"And hast thou slain the Jabberwock?

Come to my arms my beamish boy!

0 frabjous day! Callooh ! Callay!"

He chortled in his joy.




Twas brillig, and the slithy toves

Did gy
re and gimble in the wabe,

All mimsy were the borogoves,

And the mome raths outgrabe.



26

Integrate

or

Disintegrate?

That

Is

the

Question




From Time, August 1990

by Charles Krauthammer



1

Federalism is the most boring word in the American political lexicon. Around the world,
however, it's a fighting word. Some countries will break, some blood will flow over it. From Kashmir to
Quebec, the world is seething with secessionists who have had en
ough of the federations to which
history and colonial masters have assigned them. They want out
.



2


There is something anachronistic about these secessionist movements. After all, this is the
era of unification, not only of Germany but also of a nine
-
ton
gued, multi
-
sovereign
,

historically driven
Europe into that remarkable new creature, the European Community. Integrationists point to the E.C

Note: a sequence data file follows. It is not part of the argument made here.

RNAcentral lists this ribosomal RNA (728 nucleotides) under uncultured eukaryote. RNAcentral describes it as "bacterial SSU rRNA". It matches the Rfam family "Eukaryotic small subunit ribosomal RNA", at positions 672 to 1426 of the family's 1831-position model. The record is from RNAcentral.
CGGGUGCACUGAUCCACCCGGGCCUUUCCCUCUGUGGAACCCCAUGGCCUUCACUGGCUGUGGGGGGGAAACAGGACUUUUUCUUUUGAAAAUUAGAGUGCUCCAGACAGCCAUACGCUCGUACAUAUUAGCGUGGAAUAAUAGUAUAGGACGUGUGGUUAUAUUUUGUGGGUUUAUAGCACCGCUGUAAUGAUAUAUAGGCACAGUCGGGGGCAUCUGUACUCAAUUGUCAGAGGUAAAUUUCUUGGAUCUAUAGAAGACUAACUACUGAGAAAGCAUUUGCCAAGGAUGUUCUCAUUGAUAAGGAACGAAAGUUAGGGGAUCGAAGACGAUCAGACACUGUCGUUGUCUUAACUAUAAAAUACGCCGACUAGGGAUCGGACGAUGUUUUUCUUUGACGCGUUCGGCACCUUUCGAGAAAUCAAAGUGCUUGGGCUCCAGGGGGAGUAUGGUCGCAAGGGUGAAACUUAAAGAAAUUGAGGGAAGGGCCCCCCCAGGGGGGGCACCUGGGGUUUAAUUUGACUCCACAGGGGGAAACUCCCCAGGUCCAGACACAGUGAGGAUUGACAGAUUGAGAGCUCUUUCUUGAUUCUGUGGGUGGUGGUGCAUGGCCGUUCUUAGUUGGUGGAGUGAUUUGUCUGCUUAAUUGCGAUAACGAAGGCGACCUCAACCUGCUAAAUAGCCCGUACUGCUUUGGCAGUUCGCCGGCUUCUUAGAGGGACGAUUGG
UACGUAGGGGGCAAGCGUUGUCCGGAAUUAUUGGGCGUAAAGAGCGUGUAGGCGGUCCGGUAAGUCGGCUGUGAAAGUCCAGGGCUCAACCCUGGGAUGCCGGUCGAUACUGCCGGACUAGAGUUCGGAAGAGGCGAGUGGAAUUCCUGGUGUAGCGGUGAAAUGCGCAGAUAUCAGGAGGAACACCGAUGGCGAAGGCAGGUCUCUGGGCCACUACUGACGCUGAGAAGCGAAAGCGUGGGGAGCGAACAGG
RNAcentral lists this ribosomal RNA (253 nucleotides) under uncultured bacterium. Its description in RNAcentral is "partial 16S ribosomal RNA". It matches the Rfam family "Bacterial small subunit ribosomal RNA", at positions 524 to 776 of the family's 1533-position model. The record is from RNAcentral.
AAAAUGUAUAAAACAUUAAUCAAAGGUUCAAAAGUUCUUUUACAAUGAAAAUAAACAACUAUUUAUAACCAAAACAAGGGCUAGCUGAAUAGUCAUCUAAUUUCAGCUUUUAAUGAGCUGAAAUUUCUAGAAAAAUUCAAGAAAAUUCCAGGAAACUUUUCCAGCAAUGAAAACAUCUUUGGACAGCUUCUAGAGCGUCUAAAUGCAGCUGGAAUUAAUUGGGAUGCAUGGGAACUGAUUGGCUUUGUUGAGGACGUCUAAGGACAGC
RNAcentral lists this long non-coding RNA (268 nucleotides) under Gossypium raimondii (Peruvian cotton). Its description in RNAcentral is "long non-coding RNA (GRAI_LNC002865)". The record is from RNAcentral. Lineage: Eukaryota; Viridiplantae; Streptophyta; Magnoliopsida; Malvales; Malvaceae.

.
,
as the wave of the future, the only hope for peace and prosperity on a planet, is already suffering from
a surfe
it of sovereignty. Self
-
styled realists like former British Prime Minister Margaret Thatcher,
however, used to scoff at the notion of multinational union as Utopianism, a dangerous deviation from
the natural human condition of group homogeneity and ethnic
sovereignty.


3

Who is right? Is the federation of different peoples into super political structures the wave of
the future? Or is the breakup of such polyglot structures as the former Soviet Union into their ethnic
elements the norm
?


4

The answer is tha
t in the age of the fax and the fiber optic cable, federation is the future. But
federation works only under the condition of freedom. Otherwise what passes for federation is really
colonialism. And though colonialism had a good 500
-
year run, it is spent.
The only way to turn colonial
empires into real federations is to break up into their constituent parts and hope that in their wisdom,